A special issue has just been released Ibero-American Journal of Science, Technology, and Society, From OEI, dedicated to journalism and scientific propaganda in the age of misinformation. Pandemic chose the theme in 2019 long before it became necessary at this point, so it is not surprising that articles are modulated by current circumstances without prejudice to a broader perspective. This volume is coordinated by Carlos Elias, chair of the Jean Monet UE Chair at Carlos III University in Madrid, Disneyforming, and Fake News.
For over a year, our social life has been largely based on social communication, including networks that flow all kinds of information, without scientific support. It is important to highlight the efforts of professionals to bring to us quality information (such as their ethical duty) supported by scientists from various fields, which highlights the complexity of the pandemic. Television channels are full of epidemiologists, virologists, public health doctors, psychologists, mathematicians, economists, sociologists, and often specialists in anything that fills us with ess hangs about everything and nothing.
The World Health Organization warns of the dangers of this “infodemia” characterized by an avalanche of information affecting the mental balance of families, especially children and the elderly. More dangerous, however, is the proliferation of information that we cannot determine whether is right or wrong. This is very easy to happen, especially when we are confronted with a new and changing disease, which accelerates the fear of the unknown, and when that fear is associated with other ideas, i.e. social crisis, loss or unknown future.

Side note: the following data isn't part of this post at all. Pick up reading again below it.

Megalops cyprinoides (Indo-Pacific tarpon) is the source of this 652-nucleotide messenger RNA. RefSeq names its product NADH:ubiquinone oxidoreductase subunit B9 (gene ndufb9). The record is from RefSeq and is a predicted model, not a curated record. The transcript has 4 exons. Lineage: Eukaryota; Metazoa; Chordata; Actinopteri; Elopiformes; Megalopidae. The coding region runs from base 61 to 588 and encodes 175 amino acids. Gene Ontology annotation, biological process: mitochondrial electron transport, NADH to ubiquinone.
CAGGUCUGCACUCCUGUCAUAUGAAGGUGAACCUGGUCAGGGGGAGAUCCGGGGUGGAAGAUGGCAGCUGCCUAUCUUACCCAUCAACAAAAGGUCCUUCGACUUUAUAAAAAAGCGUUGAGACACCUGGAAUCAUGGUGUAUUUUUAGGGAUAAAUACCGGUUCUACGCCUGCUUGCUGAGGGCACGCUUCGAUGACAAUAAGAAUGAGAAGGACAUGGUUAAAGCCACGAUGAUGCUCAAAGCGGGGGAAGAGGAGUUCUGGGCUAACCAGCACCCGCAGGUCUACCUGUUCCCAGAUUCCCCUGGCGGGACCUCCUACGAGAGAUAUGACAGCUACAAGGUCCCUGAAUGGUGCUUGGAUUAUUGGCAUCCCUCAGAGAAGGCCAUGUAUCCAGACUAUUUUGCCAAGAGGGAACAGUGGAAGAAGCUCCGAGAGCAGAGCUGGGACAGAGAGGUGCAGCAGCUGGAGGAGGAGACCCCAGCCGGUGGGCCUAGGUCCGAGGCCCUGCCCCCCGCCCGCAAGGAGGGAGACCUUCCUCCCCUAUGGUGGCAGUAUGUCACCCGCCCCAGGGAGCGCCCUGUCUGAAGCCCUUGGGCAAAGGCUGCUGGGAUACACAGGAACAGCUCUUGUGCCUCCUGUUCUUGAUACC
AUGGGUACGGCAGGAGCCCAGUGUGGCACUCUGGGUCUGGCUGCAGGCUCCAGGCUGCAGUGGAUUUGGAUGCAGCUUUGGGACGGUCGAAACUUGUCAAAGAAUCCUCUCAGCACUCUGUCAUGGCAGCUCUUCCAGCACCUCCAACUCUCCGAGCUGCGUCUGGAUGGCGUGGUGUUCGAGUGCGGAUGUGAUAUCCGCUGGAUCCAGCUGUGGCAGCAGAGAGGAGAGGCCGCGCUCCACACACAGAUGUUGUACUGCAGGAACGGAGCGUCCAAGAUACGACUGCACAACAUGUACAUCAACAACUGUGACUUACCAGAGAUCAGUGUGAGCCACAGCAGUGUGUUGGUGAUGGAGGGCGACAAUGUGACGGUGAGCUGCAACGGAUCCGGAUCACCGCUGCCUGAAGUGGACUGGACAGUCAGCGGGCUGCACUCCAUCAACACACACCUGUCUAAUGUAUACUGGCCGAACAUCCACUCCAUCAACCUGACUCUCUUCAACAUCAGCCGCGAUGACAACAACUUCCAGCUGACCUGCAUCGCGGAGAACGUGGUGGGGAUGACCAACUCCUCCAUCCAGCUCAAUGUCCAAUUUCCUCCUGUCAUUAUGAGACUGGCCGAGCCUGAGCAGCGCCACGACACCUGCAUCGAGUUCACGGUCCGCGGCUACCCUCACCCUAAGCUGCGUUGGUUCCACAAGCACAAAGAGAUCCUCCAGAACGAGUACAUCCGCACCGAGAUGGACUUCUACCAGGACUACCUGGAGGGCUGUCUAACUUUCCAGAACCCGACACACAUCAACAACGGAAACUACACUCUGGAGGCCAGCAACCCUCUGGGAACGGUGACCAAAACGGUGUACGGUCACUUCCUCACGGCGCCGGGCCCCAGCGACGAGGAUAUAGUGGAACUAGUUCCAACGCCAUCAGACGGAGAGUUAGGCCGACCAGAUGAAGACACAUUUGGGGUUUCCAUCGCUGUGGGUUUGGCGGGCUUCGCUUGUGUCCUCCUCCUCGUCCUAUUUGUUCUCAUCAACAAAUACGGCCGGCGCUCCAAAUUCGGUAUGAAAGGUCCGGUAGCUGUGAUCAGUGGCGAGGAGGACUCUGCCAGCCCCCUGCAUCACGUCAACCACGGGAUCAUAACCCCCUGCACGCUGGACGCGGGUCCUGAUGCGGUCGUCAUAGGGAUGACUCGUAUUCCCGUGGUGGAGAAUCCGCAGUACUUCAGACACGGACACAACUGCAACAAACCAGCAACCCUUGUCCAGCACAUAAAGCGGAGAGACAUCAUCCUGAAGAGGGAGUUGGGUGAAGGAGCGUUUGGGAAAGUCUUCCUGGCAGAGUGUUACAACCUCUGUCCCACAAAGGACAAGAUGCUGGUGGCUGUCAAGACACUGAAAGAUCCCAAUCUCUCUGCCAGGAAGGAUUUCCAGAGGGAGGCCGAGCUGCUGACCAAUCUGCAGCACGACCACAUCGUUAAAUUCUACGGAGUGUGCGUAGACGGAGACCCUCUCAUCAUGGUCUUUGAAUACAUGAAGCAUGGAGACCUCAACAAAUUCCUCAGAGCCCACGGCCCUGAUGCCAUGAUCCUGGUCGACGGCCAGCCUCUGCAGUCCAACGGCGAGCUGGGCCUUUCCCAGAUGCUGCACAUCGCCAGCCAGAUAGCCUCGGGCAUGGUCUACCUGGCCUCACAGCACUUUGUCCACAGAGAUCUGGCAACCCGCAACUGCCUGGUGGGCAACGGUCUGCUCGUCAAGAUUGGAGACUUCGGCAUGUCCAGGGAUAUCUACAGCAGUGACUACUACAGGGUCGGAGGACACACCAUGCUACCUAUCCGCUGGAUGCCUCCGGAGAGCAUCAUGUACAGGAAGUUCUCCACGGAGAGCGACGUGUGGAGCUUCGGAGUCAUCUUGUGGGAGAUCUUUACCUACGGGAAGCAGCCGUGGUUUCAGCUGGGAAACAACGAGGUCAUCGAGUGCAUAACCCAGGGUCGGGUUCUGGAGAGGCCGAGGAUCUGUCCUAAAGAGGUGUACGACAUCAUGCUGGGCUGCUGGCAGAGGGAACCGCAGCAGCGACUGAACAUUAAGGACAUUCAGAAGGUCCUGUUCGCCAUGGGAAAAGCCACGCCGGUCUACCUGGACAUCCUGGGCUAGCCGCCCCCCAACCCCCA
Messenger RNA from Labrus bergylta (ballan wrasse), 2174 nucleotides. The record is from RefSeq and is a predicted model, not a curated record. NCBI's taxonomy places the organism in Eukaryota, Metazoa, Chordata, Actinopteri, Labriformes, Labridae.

A study conducted by MIT from Twitter shows that fake news comes out faster than real news because it has all the ingredients to get it. The investigation is based on 126,000 stories / information published between 2006 and 2017, and the fake news provoked fear, hatred, surprise, and emotionally powerful, while the response to the real ones was one of sadness, joy, and hope. In addition, as people well know and as Antonio Alico puts it, “In order for the lies to be safe / deep, / you have to bring them into the mix / anything really.” False news is credible, responds to demands and often appears wrapped in rigor, evidence (mostly false), and credibility certificates.
That is why misinformation is so dangerous and requires so much attention from us. On the one hand, it is based on the general crisis of confidence in institutions, and on the other hand, it appears to be an anti-system discourse that responds to growing frustrations in crisis phases. That is why it is so important to learn to communicate science, not only for the traditional reasons we have always demanded for the democratization of knowledge, but for our very existence to depend on strict, attractive and effective disclosure. Not to mention the many interests lurking behind the bad news. But that’s not the only problem. It is also important to promote a science that is socially relevant and contributes to the common good.
Portugal Director of the Organization of Ibero-American States